Today, many of us sit long hours in office, which of course affects our posture. Do these 5 exercises regularly and soon you’ll get stronger and improve your posture.
Modern life is ruining the posture of many people. Slumping in a chair and typing long hours lead to muscle imbalances, but help is at hand. By building your scapula and supporting muscles, you’ll get stronger and improve your posture and get stronger. Do these exercises two to three times a week and get your back in action.
1 BATWING (3 sets of 6 reps)
Stand against a wall with your arms bent, then push your elbows back to activate your scapulas and push yourself away from the wall. Hold at the top for two seconds and then lower, increasing the angle if the exercise feels too easy. To activate your back to the maximum, do the exercise lying on the floor.
2 SCAPULA DIP (3 sets of 8 reps)
Stand in front of a chair, not facing it, then lower to grab the edge of a chair with your arms locked and your legs straight out in front of you. Keep your elbows straight, then bring your shoulders up towards your ears, moving your scapulas — the technical term for your shoulder blades — up with them. Hold the position for a few seconds, then press back up and repeat.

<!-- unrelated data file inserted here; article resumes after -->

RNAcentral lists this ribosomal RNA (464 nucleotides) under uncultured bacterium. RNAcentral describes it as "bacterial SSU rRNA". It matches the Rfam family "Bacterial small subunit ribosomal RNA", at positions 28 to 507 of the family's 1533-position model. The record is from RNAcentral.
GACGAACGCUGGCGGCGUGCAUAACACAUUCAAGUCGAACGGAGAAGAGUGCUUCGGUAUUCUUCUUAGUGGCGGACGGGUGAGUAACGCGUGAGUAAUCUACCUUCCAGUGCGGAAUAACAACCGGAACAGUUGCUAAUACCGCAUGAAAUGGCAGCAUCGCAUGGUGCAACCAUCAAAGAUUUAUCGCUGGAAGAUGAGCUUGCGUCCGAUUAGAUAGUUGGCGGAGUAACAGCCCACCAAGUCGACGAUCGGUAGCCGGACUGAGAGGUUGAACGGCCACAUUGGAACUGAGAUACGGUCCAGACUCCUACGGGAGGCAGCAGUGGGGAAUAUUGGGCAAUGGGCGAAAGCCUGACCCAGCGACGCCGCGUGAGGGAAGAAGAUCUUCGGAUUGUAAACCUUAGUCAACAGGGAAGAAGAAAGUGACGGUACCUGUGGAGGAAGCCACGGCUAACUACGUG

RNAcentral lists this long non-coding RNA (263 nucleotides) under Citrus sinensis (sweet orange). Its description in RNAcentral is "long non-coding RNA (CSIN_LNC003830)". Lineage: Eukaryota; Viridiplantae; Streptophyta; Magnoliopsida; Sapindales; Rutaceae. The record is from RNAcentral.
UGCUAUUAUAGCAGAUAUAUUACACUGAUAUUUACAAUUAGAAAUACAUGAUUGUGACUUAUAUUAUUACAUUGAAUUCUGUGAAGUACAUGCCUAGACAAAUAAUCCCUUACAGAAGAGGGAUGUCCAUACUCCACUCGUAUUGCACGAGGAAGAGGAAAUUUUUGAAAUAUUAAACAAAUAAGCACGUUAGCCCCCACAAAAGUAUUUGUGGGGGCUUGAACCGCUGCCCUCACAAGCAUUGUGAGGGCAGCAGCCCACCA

3 WALKING PLANK (3 sets of 10 reps)
Begin in a plank position with your forearms on the floor and body straight, then “walk” one hand at a time up into a push-up position. Reverse the move to the initial position.
4 SKULLCRUSHER (3 sets of 8 reps)
Stand facing a chair, lower to grab the edge of your chair with both hands, then lower your head towards the floor, bending at the hips a little to reduce the strain. Hold the position for a few seconds at the bottom, then use your triceps to push back up into the starting position.
5 DECLINE PUSH-UP (3 sets of 15-20 reps)
Increasing the angle will provide more resistance with fewer reps. Get into a push-up position with your feet on the chair, keeping your elbows in to minimize rotator cuff strain. Lower until your chest is a fist’s width from the floor, then push up to the initial position.